Short chain fatty acid concentration (acetate, propionate, and butyrate) was determined by gas chromatography. Experimental buffer samples were thawed and then centrifuged at 20,000 × g for 25 min at 4°C to clear the buffer from traces of digesta particles prior to analysis. An external standard mixture (acetate: propionate: butyrate at 3:2:1 v/v/v, Sigma-Aldrich Co. LLC. St Louis, MI) or the supernatant (0.6 mL) was transferred into a fresh tube and 0.2 mL of HCl (1.8 mol/L) was added, followed by 0.2 mL of the internal standard (4-methylvaleric acid, Sigma-Aldrich Co. LLC. St Louis, MI). The mixture was centrifuged at 20,000 × g for 25 min at 4°C to remove any precipitated substrates. The clear supernatant was transferred into the GC vial and was analyzed for SCFAs concentrations via gas chromatography apparatus (GC Model 8060 MS 172 DPFC, No.: 950713, Fisons, Rodena, Italy) which was equipped with a flame-ionization detector and a 30 m × 0.53 mm ID × 0.53μm df capillary column (Trace TR Wax, Thermo Fisher Scientific, Waltham, MA). Injector and detector had temperatures of 170°C and 190°C. Helium was used as carrier gas with a flow rate of 1 mL/min. Stratos Software (Stratos Version, Polymer Laboratories, Church Stretton, Shropshire, UK) was utilized for generation and evaluation of chromatograms.

Concentrations of total lactate were determined by the oxidation of lactate to pyruvate in the presence of NAD+ using a commercially available kit (Megazyme D-, L-lactate assay kit; Megazyme international, Wicklow, Ireland). In short, non-deproteinized buffer samples were mixed with the assay buffer containing D-glutamate, NAD+, and D-glutamate-pyruvate transaminase. Then, lactate dehydrogenase was added to the mixture. After the reaction, the absorbance was read at 340 nm wavelength with microplate reader (BIO-RAD Laboratories GmbH, Munich, Germany).

Calculations of SCFAs and Lactate Absorption Rates

Chromium is a common marker used in previous WRP studies [1719] as it is assumed that Cr is not absorbed through the rumen. Chromium concentration was therefore used to estimate total buffer volume which was then used for calculating the acid pool (mmol). Subsequently, absolute absorption rate (mmol/h) and fractional rate (%/h) were calculated as follows: Where S1 and S2 are the initial and final amounts of analyte in 20 L of experimental buffer solution, respectively, T1 is the initial time point, and T2 is the final time point (min). Data of the formulated contents of SCFAs, lactate, and Cr as well as the analyzed data in the initial buffer are shown in Table 3.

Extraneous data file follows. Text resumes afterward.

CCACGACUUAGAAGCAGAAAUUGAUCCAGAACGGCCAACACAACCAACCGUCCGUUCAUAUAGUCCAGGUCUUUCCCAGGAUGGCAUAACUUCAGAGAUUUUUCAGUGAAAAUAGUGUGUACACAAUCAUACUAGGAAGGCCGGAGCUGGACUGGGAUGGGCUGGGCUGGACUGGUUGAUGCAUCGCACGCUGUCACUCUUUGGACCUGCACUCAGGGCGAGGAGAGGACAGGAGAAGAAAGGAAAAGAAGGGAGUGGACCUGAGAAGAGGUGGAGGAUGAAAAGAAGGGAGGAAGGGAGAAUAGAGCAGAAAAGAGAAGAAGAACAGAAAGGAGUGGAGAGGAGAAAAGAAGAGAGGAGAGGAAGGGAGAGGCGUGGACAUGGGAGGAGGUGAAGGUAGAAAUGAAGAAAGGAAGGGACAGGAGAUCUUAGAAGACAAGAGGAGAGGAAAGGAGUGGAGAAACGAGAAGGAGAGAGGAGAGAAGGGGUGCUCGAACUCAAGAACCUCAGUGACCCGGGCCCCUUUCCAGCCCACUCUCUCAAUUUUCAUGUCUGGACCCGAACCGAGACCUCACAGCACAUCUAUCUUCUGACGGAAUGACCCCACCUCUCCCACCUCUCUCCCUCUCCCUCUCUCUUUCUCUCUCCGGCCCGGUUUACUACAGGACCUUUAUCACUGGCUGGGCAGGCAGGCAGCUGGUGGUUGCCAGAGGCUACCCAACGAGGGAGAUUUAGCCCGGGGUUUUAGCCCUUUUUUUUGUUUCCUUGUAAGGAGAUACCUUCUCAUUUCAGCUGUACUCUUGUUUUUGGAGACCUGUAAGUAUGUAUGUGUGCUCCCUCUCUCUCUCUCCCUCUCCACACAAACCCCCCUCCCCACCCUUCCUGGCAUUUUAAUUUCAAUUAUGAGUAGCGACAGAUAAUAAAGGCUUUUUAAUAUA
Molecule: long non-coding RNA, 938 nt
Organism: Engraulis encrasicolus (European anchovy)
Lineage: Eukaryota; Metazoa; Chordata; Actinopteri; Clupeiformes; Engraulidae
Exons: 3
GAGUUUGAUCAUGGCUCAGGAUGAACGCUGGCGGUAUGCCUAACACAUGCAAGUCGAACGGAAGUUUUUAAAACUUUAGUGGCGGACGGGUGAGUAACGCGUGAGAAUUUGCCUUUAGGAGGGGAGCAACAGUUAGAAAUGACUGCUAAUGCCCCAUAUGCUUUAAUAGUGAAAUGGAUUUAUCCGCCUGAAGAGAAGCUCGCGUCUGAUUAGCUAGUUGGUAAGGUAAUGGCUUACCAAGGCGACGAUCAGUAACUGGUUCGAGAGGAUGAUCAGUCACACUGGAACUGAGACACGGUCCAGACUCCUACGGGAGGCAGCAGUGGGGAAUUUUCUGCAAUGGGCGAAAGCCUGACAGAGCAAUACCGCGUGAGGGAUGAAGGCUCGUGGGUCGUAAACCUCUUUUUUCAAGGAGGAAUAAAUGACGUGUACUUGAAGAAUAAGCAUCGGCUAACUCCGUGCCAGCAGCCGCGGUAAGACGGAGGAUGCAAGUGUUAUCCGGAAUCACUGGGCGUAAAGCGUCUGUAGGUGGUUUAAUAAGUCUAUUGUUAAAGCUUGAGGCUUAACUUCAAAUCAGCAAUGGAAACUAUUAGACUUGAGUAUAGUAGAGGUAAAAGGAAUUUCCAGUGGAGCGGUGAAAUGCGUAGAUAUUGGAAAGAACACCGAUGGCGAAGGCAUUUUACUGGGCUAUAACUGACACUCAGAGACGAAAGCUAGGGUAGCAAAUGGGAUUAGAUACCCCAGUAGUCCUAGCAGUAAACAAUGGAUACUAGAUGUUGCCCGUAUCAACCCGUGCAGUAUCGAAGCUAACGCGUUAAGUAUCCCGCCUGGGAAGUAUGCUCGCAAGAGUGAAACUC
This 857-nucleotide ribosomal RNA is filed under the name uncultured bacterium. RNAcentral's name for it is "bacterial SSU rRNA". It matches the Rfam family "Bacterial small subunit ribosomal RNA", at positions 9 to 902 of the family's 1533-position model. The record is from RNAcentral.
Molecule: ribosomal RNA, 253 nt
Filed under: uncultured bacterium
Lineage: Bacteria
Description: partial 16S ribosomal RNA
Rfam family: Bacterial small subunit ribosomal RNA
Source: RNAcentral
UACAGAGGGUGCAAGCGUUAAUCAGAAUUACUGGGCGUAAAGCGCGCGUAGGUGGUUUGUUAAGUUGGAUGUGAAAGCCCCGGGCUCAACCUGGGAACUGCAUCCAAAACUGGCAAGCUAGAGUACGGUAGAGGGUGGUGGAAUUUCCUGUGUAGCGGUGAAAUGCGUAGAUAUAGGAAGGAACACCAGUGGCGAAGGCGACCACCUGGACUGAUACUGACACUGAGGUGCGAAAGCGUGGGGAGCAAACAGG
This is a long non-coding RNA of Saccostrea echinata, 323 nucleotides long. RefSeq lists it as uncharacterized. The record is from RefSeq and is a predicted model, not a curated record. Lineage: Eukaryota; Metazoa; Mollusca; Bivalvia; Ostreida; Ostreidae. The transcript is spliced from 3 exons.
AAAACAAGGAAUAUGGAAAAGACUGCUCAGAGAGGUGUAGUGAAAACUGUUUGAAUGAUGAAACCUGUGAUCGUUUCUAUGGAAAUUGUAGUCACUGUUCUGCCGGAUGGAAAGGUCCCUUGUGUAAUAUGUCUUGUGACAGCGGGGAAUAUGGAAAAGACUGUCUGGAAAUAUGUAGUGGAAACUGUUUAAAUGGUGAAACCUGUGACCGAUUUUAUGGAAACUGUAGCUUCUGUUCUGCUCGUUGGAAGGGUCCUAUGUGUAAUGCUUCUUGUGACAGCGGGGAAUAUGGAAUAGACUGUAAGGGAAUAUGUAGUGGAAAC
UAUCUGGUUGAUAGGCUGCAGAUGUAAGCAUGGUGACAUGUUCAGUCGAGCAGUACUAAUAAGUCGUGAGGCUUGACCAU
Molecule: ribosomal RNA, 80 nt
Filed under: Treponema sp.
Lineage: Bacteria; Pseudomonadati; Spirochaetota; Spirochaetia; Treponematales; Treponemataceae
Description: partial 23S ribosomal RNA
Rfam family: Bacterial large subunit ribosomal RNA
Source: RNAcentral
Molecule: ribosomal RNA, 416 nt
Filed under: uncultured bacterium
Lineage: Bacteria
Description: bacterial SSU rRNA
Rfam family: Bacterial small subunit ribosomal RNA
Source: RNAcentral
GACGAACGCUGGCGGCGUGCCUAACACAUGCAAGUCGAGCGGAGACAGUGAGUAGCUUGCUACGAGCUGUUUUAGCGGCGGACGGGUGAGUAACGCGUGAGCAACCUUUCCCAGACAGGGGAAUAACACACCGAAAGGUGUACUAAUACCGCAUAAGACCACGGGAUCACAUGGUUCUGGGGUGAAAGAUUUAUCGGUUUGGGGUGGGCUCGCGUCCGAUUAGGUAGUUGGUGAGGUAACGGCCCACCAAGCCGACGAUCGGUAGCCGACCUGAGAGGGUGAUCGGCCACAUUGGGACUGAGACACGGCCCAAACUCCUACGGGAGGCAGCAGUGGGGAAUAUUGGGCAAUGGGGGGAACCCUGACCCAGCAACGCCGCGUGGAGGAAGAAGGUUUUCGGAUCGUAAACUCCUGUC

Table 3. Composition of Cr, SCFAs, and lactate of 0-min experimental buffer solution.

Statistical Analysis

All statistical analyses of the data were performed using the PROC MIXED of SAS (version 9.4; SAS Inst. Inc., Cary, NC). Means ± SD and medians of Cr concentration, SCFAs concentration and composition of 0-min experimental buffer were generated using PROC MEANS of SAS. Data were tested for normality by Shapiro-Wilk test using the PROC UNIVARIATE of SAS. Because of unequal WRP measurements between both concentrate challenge models, thus in order to compare all challenge periods, we considered Int-0, Int-1, Int-4, Con-0 and Con-4 as independent periods and therefore the data were analyzed as a complete randomized block design. The statistical model consisted of fixed effects of challenge period and the experimental run and random effects of cows within experimental run. The linear mixed model was: Where Y is the dependent variable, μ is the overall mean, A is the fixed effect of challenge period, Bj is the fixed effect of experimental run, C is the random effect of animals within run, and e is the residual error. For all analyses, degrees of freedom were estimated using the Kenward-Roger method. The values are reported as least square means and their multiple comparisons between feeding periods were obtained from the CONTRAST analysis. The significance level was set at P ≤ 0.05, and a trend was considered up to the 0.05 < P ≤ 0.10 level.


Dry Matter Intake

As intended, the DMI of cows was similar during baseline feeding between the two feeding challenge strategies (11.0 and 11.4 kg/d for Int-0 and Con-0 cows, respectively, P > 0.05) and compared to the baseline the DMI increased (P < 0.05) during high concentrate periods (14.9, 15.3 and 16.3 kg/d for Int-1, Int-4 and Con-4, respectively; SEM = 0.68: P < 0.05 only for Int-1 vs. Con-4). The similar DMI between the two feeding challenge strategies in baseline and in high concentrate periods was meant to elucidate the underlying causes for the ruminal changes in response to the diet challenge beyond of the quantity of the substrates for ruminal fermentation.